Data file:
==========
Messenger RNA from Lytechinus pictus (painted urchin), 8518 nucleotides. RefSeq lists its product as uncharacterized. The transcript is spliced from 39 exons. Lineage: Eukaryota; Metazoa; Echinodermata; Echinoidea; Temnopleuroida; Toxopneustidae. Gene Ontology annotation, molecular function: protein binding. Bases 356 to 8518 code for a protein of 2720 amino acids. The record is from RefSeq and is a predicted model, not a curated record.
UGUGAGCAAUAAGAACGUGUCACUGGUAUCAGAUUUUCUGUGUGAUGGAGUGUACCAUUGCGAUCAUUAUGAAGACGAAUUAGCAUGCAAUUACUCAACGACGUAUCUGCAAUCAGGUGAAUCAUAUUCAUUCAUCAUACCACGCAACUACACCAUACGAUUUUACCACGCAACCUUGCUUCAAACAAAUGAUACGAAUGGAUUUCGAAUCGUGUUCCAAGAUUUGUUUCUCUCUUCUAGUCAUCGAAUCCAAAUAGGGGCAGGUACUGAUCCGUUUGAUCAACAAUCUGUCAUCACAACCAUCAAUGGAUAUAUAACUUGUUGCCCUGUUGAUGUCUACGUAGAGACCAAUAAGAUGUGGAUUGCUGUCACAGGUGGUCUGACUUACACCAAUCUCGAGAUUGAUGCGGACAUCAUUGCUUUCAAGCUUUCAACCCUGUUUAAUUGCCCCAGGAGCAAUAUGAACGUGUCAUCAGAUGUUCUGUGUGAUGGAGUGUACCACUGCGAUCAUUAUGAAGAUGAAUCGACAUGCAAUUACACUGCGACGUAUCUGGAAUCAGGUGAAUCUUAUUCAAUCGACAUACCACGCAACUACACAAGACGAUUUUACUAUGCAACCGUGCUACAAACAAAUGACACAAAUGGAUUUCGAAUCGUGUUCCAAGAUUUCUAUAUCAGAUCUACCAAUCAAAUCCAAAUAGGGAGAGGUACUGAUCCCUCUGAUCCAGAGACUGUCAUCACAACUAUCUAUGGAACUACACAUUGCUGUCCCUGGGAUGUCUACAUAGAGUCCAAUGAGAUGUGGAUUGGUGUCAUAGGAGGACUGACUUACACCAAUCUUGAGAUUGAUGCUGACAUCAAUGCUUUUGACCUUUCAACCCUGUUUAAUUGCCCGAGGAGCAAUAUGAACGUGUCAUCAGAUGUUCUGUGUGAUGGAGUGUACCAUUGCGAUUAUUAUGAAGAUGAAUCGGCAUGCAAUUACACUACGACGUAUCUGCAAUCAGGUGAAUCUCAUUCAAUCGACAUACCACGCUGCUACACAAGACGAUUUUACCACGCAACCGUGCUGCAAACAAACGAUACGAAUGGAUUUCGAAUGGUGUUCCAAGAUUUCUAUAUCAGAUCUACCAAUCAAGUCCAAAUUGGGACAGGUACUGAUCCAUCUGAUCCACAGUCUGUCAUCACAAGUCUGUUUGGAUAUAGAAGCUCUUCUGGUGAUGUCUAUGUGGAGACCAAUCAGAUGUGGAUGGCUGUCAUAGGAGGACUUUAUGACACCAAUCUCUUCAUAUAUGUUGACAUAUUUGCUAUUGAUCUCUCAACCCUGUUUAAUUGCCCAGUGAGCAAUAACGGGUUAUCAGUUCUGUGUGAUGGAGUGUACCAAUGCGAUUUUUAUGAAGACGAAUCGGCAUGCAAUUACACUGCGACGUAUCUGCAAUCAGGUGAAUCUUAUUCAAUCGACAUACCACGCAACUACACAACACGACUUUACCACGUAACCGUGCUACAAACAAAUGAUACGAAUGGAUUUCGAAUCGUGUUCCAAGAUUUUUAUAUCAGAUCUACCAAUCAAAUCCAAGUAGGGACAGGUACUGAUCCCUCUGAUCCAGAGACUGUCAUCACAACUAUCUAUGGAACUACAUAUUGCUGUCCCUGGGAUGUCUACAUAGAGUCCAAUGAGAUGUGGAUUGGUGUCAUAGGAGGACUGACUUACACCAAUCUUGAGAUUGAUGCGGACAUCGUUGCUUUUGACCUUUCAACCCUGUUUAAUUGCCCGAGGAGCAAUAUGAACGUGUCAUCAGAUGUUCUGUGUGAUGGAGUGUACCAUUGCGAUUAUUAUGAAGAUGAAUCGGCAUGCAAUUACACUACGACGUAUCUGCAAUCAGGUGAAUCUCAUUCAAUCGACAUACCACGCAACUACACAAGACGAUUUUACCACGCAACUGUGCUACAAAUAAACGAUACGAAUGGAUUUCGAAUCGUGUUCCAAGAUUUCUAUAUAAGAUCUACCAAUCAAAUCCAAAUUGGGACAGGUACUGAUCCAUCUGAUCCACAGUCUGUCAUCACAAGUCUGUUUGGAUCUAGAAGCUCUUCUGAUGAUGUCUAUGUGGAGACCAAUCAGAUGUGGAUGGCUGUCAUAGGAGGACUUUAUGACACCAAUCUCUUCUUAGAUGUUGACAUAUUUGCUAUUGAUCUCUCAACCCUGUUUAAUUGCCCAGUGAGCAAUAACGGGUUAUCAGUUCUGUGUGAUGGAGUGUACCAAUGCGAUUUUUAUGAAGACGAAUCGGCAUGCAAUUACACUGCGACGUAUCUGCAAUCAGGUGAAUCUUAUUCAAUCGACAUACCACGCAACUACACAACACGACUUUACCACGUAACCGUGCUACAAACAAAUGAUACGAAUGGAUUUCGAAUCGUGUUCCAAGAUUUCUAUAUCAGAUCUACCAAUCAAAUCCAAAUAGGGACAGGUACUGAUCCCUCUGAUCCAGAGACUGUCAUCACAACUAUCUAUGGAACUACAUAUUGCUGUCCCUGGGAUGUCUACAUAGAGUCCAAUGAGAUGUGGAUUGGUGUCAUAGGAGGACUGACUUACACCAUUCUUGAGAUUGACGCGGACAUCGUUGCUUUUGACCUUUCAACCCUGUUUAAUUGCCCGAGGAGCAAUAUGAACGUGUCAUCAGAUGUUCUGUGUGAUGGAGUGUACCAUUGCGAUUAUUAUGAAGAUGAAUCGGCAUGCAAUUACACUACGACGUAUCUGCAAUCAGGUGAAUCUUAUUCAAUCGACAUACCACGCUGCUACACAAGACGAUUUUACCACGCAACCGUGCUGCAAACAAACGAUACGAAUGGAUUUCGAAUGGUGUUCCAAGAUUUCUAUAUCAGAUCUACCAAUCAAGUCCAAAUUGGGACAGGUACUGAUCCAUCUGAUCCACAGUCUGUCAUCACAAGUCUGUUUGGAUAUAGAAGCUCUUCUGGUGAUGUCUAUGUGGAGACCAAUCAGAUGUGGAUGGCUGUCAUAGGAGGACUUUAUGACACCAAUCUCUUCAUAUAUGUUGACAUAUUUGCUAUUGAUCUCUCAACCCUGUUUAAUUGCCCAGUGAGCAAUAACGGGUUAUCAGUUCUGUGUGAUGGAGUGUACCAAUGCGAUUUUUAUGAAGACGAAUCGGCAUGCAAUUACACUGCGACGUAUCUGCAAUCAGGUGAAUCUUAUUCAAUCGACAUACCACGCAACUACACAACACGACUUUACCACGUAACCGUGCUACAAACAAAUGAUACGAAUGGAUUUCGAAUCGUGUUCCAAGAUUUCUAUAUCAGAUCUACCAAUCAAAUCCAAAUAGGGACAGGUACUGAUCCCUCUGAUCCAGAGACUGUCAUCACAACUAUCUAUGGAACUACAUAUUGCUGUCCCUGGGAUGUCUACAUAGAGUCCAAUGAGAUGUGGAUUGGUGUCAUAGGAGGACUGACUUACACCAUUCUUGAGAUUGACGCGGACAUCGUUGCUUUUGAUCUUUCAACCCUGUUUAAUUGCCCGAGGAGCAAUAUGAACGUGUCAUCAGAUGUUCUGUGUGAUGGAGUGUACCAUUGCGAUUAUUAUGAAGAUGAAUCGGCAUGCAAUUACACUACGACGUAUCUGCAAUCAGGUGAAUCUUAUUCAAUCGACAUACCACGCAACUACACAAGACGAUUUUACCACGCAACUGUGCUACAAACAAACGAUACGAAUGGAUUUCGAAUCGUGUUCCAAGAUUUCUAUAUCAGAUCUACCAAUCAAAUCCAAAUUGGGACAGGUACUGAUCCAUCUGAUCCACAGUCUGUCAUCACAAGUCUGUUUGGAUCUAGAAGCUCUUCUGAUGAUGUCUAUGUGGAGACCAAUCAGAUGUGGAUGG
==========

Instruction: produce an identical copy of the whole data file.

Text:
Messenger RNA from Lytechinus pictus (painted urchin), 8518 nucleotides. RefSeq lists its product as uncharacterized. The transcript is spliced from 39 exons. Lineage: Eukaryota; Metazoa; Echinodermata; Echinoidea; Temnopleuroida; Toxopneustidae. Gene Ontology annotation, molecular function: protein binding. Bases 356 to 8518 code for a protein of 2720 amino acids. The record is from RefSeq and is a predicted model, not a curated record.
UGUGAGCAAUAAGAACGUGUCACUGGUAUCAGAUUUUCUGUGUGAUGGAGUGUACCAUUGCGAUCAUUAUGAAGACGAAUUAGCAUGCAAUUACUCAACGACGUAUCUGCAAUCAGGUGAAUCAUAUUCAUUCAUCAUACCACGCAACUACACCAUACGAUUUUACCACGCAACCUUGCUUCAAACAAAUGAUACGAAUGGAUUUCGAAUCGUGUUCCAAGAUUUGUUUCUCUCUUCUAGUCAUCGAAUCCAAAUAGGGGCAGGUACUGAUCCGUUUGAUCAACAAUCUGUCAUCACAACCAUCAAUGGAUAUAUAACUUGUUGCCCUGUUGAUGUCUACGUAGAGACCAAUAAGAUGUGGAUUGCUGUCACAGGUGGUCUGACUUACACCAAUCUCGAGAUUGAUGCGGACAUCAUUGCUUUCAAGCUUUCAACCCUGUUUAAUUGCCCCAGGAGCAAUAUGAACGUGUCAUCAGAUGUUCUGUGUGAUGGAGUGUACCACUGCGAUCAUUAUGAAGAUGAAUCGACAUGCAAUUACACUGCGACGUAUCUGGAAUCAGGUGAAUCUUAUUCAAUCGACAUACCACGCAACUACACAAGACGAUUUUACUAUGCAACCGUGCUACAAACAAAUGACACAAAUGGAUUUCGAAUCGUGUUCCAAGAUUUCUAUAUCAGAUCUACCAAUCAAAUCCAAAUAGGGAGAGGUACUGAUCCCUCUGAUCCAGAGACUGUCAUCACAACUAUCUAUGGAACUACACAUUGCUGUCCCUGGGAUGUCUACAUAGAGUCCAAUGAGAUGUGGAUUGGUGUCAUAGGAGGACUGACUUACACCAAUCUUGAGAUUGAUGCUGACAUCAAUGCUUUUGACCUUUCAACCCUGUUUAAUUGCCCGAGGAGCAAUAUGAACGUGUCAUCAGAUGUUCUGUGUGAUGGAGUGUACCAUUGCGAUUAUUAUGAAGAUGAAUCGGCAUGCAAUUACACUACGACGUAUCUGCAAUCAGGUGAAUCUCAUUCAAUCGACAUACCACGCUGCUACACAAGACGAUUUUACCACGCAACCGUGCUGCAAACAAACGAUACGAAUGGAUUUCGAAUGGUGUUCCAAGAUUUCUAUAUCAGAUCUACCAAUCAAGUCCAAAUUGGGACAGGUACUGAUCCAUCUGAUCCACAGUCUGUCAUCACAAGUCUGUUUGGAUAUAGAAGCUCUUCUGGUGAUGUCUAUGUGGAGACCAAUCAGAUGUGGAUGGCUGUCAUAGGAGGACUUUAUGACACCAAUCUCUUCAUAUAUGUUGACAUAUUUGCUAUUGAUCUCUCAACCCUGUUUAAUUGCCCAGUGAGCAAUAACGGGUUAUCAGUUCUGUGUGAUGGAGUGUACCAAUGCGAUUUUUAUGAAGACGAAUCGGCAUGCAAUUACACUGCGACGUAUCUGCAAUCAGGUGAAUCUUAUUCAAUCGACAUACCACGCAACUACACAACACGACUUUACCACGUAACCGUGCUACAAACAAAUGAUACGAAUGGAUUUCGAAUCGUGUUCCAAGAUUUUUAUAUCAGAUCUACCAAUCAAAUCCAAGUAGGGACAGGUACUGAUCCCUCUGAUCCAGAGACUGUCAUCACAACUAUCUAUGGAACUACAUAUUGCUGUCCCUGGGAUGUCUACAUAGAGUCCAAUGAGAUGUGGAUUGGUGUCAUAGGAGGACUGACUUACACCAAUCUUGAGAUUGAUGCGGACAUCGUUGCUUUUGACCUUUCAACCCUGUUUAAUUGCCCGAGGAGCAAUAUGAACGUGUCAUCAGAUGUUCUGUGUGAUGGAGUGUACCAUUGCGAUUAUUAUGAAGAUGAAUCGGCAUGCAAUUACACUACGACGUAUCUGCAAUCAGGUGAAUCUCAUUCAAUCGACAUACCACGCAACUACACAAGACGAUUUUACCACGCAACUGUGCUACAAAUAAACGAUACGAAUGGAUUUCGAAUCGUGUUCCAAGAUUUCUAUAUAAGAUCUACCAAUCAAAUCCAAAUUGGGACAGGUACUGAUCCAUCUGAUCCACAGUCUGUCAUCACAAGUCUGUUUGGAUCUAGAAGCUCUUCUGAUGAUGUCUAUGUGGAGACCAAUCAGAUGUGGAUGGCUGUCAUAGGAGGACUUUAUGACACCAAUCUCUUCUUAGAUGUUGACAUAUUUGCUAUUGAUCUCUCAACCCUGUUUAAUUGCCCAGUGAGCAAUAACGGGUUAUCAGUUCUGUGUGAUGGAGUGUACCAAUGCGAUUUUUAUGAAGACGAAUCGGCAUGCAAUUACACUGCGACGUAUCUGCAAUCAGGUGAAUCUUAUUCAAUCGACAUACCACGCAACUACACAACACGACUUUACCACGUAACCGUGCUACAAACAAAUGAUACGAAUGGAUUUCGAAUCGUGUUCCAAGAUUUCUAUAUCAGAUCUACCAAUCAAAUCCAAAUAGGGACAGGUACUGAUCCCUCUGAUCCAGAGACUGUCAUCACAACUAUCUAUGGAACUACAUAUUGCUGUCCCUGGGAUGUCUACAUAGAGUCCAAUGAGAUGUGGAUUGGUGUCAUAGGAGGACUGACUUACACCAUUCUUGAGAUUGACGCGGACAUCGUUGCUUUUGACCUUUCAACCCUGUUUAAUUGCCCGAGGAGCAAUAUGAACGUGUCAUCAGAUGUUCUGUGUGAUGGAGUGUACCAUUGCGAUUAUUAUGAAGAUGAAUCGGCAUGCAAUUACACUACGACGUAUCUGCAAUCAGGUGAAUCUUAUUCAAUCGACAUACCACGCUGCUACACAAGACGAUUUUACCACGCAACCGUGCUGCAAACAAACGAUACGAAUGGAUUUCGAAUGGUGUUCCAAGAUUUCUAUAUCAGAUCUACCAAUCAAGUCCAAAUUGGGACAGGUACUGAUCCAUCUGAUCCACAGUCUGUCAUCACAAGUCUGUUUGGAUAUAGAAGCUCUUCUGGUGAUGUCUAUGUGGAGACCAAUCAGAUGUGGAUGGCUGUCAUAGGAGGACUUUAUGACACCAAUCUCUUCAUAUAUGUUGACAUAUUUGCUAUUGAUCUCUCAACCCUGUUUAAUUGCCCAGUGAGCAAUAACGGGUUAUCAGUUCUGUGUGAUGGAGUGUACCAAUGCGAUUUUUAUGAAGACGAAUCGGCAUGCAAUUACACUGCGACGUAUCUGCAAUCAGGUGAAUCUUAUUCAAUCGACAUACCACGCAACUACACAACACGACUUUACCACGUAACCGUGCUACAAACAAAUGAUACGAAUGGAUUUCGAAUCGUGUUCCAAGAUUUCUAUAUCAGAUCUACCAAUCAAAUCCAAAUAGGGACAGGUACUGAUCCCUCUGAUCCAGAGACUGUCAUCACAACUAUCUAUGGAACUACAUAUUGCUGUCCCUGGGAUGUCUACAUAGAGUCCAAUGAGAUGUGGAUUGGUGUCAUAGGAGGACUGACUUACACCAUUCUUGAGAUUGACGCGGACAUCGUUGCUUUUGAUCUUUCAACCCUGUUUAAUUGCCCGAGGAGCAAUAUGAACGUGUCAUCAGAUGUUCUGUGUGAUGGAGUGUACCAUUGCGAUUAUUAUGAAGAUGAAUCGGCAUGCAAUUACACUACGACGUAUCUGCAAUCAGGUGAAUCUUAUUCAAUCGACAUACCACGCAACUACACAAGACGAUUUUACCACGCAACUGUGCUACAAACAAACGAUACGAAUGGAUUUCGAAUCGUGUUCCAAGAUUUCUAUAUCAGAUCUACCAAUCAAAUCCAAAUUGGGACAGGUACUGAUCCAUCUGAUCCACAGUCUGUCAUCACAAGUCUGUUUGGAUCUAGAAGCUCUUCUGAUGAUGUCUAUGUGGAGACCAAUCAGAUGUGGAUGG